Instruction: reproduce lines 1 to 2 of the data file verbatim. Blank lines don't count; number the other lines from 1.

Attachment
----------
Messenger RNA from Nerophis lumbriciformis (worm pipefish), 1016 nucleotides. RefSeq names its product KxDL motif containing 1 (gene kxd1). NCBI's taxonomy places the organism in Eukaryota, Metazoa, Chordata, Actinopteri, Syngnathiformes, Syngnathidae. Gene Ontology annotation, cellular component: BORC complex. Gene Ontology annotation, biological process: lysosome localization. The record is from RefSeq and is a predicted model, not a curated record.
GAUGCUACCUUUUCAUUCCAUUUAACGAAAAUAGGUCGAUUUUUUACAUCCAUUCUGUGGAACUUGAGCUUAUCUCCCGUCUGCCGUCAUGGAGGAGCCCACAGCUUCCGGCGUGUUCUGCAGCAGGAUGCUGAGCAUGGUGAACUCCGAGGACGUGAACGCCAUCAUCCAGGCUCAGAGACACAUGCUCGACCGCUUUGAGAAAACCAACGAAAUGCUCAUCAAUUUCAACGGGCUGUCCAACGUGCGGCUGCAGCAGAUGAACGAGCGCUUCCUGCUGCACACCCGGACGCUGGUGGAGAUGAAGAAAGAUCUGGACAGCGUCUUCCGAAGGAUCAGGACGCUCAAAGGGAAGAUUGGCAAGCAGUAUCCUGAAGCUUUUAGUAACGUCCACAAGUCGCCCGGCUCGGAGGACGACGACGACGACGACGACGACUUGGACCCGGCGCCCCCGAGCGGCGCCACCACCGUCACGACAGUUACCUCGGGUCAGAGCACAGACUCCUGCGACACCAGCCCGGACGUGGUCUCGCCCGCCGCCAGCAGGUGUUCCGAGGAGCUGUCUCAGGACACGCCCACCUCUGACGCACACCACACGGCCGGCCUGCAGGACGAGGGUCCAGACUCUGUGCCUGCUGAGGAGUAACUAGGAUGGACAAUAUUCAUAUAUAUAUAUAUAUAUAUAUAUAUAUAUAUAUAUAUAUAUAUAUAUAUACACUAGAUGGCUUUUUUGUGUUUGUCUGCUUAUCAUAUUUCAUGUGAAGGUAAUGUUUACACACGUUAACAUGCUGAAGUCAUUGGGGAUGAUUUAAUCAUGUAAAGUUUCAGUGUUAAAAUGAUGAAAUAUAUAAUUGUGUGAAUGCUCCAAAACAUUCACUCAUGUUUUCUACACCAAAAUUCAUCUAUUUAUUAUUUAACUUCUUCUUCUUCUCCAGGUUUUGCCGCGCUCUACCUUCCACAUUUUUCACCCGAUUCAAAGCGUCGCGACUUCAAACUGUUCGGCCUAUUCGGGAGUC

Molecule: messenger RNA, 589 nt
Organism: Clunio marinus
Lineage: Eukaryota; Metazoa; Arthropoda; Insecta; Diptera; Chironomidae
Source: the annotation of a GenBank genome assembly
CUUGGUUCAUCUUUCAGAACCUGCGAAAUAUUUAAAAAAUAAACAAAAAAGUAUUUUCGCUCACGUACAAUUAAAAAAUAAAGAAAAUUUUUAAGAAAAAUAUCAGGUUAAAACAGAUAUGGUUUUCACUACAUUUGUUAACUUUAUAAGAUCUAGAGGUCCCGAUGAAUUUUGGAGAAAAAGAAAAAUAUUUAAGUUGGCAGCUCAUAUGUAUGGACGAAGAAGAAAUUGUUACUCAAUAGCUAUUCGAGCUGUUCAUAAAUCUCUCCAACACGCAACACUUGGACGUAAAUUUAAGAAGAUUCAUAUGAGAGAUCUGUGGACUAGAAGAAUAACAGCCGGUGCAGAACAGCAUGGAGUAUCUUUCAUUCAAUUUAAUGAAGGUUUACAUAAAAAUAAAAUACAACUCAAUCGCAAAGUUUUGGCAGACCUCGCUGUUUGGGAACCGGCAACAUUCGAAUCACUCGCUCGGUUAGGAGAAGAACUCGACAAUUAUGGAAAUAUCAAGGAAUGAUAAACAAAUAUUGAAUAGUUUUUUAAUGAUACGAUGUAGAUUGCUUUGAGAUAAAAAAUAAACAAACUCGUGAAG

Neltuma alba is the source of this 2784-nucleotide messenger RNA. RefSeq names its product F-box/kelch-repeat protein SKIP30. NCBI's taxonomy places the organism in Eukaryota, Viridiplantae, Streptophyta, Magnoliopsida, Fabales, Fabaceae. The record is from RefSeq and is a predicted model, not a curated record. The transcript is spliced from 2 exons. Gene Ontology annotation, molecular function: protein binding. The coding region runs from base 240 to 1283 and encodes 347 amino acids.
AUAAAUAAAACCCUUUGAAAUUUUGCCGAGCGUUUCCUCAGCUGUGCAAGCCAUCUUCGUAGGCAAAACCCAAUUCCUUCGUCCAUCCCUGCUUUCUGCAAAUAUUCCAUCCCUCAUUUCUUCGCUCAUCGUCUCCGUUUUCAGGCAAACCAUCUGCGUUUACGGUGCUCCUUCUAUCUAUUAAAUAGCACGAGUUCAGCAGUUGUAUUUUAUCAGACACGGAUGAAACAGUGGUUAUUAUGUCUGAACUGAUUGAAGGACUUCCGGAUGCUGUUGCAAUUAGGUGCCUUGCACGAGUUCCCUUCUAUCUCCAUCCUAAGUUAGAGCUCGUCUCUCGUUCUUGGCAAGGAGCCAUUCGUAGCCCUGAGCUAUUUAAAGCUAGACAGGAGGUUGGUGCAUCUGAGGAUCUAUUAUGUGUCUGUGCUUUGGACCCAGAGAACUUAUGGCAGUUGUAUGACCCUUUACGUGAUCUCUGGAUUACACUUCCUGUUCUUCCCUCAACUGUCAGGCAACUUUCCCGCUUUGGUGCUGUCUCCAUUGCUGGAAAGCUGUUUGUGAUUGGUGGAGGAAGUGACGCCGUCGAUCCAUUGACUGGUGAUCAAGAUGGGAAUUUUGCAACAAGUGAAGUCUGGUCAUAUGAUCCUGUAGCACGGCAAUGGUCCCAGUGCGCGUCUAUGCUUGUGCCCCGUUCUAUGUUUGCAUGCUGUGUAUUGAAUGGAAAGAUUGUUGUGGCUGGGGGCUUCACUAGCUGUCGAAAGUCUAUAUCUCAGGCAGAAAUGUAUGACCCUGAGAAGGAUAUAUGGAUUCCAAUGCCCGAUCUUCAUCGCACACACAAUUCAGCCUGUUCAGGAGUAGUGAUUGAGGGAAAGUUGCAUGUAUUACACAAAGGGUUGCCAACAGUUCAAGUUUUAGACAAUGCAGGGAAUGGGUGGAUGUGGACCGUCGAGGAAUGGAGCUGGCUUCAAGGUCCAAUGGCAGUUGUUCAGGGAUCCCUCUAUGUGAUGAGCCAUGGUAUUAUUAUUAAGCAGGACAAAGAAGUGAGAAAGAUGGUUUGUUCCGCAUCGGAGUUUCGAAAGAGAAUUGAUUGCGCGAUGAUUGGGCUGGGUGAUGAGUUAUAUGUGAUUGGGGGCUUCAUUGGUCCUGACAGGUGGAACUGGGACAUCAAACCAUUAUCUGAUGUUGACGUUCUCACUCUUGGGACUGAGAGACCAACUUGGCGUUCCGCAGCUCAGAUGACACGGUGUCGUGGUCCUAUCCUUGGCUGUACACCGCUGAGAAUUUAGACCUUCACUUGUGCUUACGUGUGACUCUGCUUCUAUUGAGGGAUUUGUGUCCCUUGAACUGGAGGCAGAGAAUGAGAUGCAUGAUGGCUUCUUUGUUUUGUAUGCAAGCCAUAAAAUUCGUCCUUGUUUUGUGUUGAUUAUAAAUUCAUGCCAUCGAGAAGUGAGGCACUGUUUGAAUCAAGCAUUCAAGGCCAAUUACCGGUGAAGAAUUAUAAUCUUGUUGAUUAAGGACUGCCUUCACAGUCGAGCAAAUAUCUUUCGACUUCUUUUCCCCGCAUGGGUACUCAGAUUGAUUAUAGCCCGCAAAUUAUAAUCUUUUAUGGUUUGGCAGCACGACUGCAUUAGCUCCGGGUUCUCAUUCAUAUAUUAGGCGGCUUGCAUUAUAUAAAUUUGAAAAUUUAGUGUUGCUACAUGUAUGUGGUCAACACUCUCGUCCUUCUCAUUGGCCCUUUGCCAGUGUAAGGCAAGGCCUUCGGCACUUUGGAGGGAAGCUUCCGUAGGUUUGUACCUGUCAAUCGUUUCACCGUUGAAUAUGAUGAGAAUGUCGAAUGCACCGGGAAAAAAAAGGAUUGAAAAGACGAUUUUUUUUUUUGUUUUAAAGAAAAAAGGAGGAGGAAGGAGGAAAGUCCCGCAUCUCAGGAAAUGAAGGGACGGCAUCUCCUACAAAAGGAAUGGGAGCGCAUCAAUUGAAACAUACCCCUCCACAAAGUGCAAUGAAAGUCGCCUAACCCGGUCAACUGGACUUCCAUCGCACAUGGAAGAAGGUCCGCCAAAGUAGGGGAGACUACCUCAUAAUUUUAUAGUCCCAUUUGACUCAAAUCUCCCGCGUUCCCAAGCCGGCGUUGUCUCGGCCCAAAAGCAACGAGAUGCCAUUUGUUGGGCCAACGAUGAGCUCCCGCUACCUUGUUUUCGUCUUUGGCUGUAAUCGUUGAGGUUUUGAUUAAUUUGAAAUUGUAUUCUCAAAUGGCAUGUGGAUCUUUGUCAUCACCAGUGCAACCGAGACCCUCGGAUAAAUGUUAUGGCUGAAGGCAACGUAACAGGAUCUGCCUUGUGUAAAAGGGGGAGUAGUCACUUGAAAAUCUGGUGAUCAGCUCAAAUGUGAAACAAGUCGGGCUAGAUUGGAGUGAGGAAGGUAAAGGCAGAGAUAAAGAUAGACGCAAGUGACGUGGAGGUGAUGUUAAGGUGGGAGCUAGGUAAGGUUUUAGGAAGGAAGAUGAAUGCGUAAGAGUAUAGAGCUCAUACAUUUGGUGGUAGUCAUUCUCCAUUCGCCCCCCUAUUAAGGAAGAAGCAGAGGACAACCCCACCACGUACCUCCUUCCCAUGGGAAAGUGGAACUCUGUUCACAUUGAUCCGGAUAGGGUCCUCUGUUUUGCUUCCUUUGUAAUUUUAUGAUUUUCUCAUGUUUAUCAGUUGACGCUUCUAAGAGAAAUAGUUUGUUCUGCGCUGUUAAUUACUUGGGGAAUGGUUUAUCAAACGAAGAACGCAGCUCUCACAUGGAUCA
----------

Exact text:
Messenger RNA from Nerophis lumbriciformis (worm pipefish), 1016 nucleotides. RefSeq names its product KxDL motif containing 1 (gene kxd1). NCBI's taxonomy places the organism in Eukaryota, Metazoa, Chordata, Actinopteri, Syngnathiformes, Syngnathidae. Gene Ontology annotation, cellular component: BORC complex. Gene Ontology annotation, biological process: lysosome localization. The record is from RefSeq and is a predicted model, not a curated record.
GAUGCUACCUUUUCAUUCCAUUUAACGAAAAUAGGUCGAUUUUUUACAUCCAUUCUGUGGAACUUGAGCUUAUCUCCCGUCUGCCGUCAUGGAGGAGCCCACAGCUUCCGGCGUGUUCUGCAGCAGGAUGCUGAGCAUGGUGAACUCCGAGGACGUGAACGCCAUCAUCCAGGCUCAGAGACACAUGCUCGACCGCUUUGAGAAAACCAACGAAAUGCUCAUCAAUUUCAACGGGCUGUCCAACGUGCGGCUGCAGCAGAUGAACGAGCGCUUCCUGCUGCACACCCGGACGCUGGUGGAGAUGAAGAAAGAUCUGGACAGCGUCUUCCGAAGGAUCAGGACGCUCAAAGGGAAGAUUGGCAAGCAGUAUCCUGAAGCUUUUAGUAACGUCCACAAGUCGCCCGGCUCGGAGGACGACGACGACGACGACGACGACUUGGACCCGGCGCCCCCGAGCGGCGCCACCACCGUCACGACAGUUACCUCGGGUCAGAGCACAGACUCCUGCGACACCAGCCCGGACGUGGUCUCGCCCGCCGCCAGCAGGUGUUCCGAGGAGCUGUCUCAGGACACGCCCACCUCUGACGCACACCACACGGCCGGCCUGCAGGACGAGGGUCCAGACUCUGUGCCUGCUGAGGAGUAACUAGGAUGGACAAUAUUCAUAUAUAUAUAUAUAUAUAUAUAUAUAUAUAUAUAUAUAUAUAUAUAUAUACACUAGAUGGCUUUUUUGUGUUUGUCUGCUUAUCAUAUUUCAUGUGAAGGUAAUGUUUACACACGUUAACAUGCUGAAGUCAUUGGGGAUGAUUUAAUCAUGUAAAGUUUCAGUGUUAAAAUGAUGAAAUAUAUAAUUGUGUGAAUGCUCCAAAACAUUCACUCAUGUUUUCUACACCAAAAUUCAUCUAUUUAUUAUUUAACUUCUUCUUCUUCUCCAGGUUUUGCCGCGCUCUACCUUCCACAUUUUUCACCCGAUUCAAAGCGUCGCGACUUCAAACUGUUCGGCCUAUUCGGGAGUC